Dora Gachupin was born at Zia Pueblo in 1939 to parents Candelaria Medina of Zia and Tony Gachupin of Jemez. She married Johnnie "Tse-Pe" Gonzales of San Idelfonso when she was about 20 and contrary to the ancient tradition, moved to his home from Zia (the Pueblo people are generally matrilineal and home is usually where the wife's family is). She had grown up learning the Zia pottery designs and shapes but at San Ildefonso, Dora was exposed to the highly polished red and blackware that Rose Gonzales, her mother-in-law (of San Juan lineage), made. "We didn't polish at Zia", Dora has said, "we used slips and plant and mineral paints." It was from Rose that she learned polishing and other San Ildefonso and San Juan styles and techniques. She said about Rose, "I love her work, and I love carving. And I love the water serpent. It depicts water - rain, thanksgiving and prayer for water. It's a San Ildefonso trademark. I like to make my serpent really simple and graceful. You'll notice that Santa Clara serpents look almost oriental, all the curves on the backs and all. Mine are very plain."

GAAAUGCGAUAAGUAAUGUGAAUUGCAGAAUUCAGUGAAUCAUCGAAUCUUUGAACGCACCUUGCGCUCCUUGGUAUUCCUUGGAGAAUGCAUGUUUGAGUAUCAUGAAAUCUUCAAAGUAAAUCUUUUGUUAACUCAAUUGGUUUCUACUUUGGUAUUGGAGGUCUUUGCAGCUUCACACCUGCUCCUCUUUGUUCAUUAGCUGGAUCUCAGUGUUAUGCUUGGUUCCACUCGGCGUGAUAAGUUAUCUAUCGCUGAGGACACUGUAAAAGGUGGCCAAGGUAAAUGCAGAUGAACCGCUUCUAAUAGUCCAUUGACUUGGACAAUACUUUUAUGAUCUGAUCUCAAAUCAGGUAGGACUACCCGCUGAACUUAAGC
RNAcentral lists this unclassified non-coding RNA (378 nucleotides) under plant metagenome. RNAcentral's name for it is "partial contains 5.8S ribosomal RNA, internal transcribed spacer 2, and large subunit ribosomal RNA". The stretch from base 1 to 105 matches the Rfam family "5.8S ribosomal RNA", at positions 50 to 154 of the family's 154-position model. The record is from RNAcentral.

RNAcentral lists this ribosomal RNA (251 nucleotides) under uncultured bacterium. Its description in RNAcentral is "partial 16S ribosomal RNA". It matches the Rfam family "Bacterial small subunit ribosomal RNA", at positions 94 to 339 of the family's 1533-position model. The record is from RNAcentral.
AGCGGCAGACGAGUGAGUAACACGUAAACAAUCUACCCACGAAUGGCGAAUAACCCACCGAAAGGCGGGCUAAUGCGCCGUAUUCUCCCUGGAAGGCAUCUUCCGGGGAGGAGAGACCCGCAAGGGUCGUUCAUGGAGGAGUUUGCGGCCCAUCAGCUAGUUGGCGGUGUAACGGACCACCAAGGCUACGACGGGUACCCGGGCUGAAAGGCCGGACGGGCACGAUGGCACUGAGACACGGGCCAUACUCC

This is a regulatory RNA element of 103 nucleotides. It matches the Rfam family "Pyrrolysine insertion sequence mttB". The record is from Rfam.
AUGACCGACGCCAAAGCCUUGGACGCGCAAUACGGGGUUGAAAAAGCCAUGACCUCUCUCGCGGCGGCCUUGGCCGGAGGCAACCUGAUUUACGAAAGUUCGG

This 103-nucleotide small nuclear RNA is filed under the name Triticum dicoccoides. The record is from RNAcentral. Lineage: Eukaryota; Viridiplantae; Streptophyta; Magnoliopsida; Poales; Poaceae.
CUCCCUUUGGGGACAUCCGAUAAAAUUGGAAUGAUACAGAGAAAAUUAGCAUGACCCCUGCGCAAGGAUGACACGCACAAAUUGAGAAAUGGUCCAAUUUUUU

Other exceptional potters who have influenced Dora over the years include Popovi Da with his two-tone black and sienna ware and Tony Da with his exquisite sgraffito work and his use of stone inlay. Dora’s work often includes turquoise, coral or onyx inlays on pots that also include combinations of black and sienna with micaceous slips. Her innovative style has sometimes been called "contemporary" and she often works with both polished clay and dull or micaceous clays in the same piece. However, she says she doesn't like that "contemporary" term and considers herself and her work to be traditional.
She has won many awards including Master Potter at Santa Fe Indian Market. Dora believes in quality not quantity and sees her art to be a gift from God. "It gives me pleasure to create beauty from the earth," she says.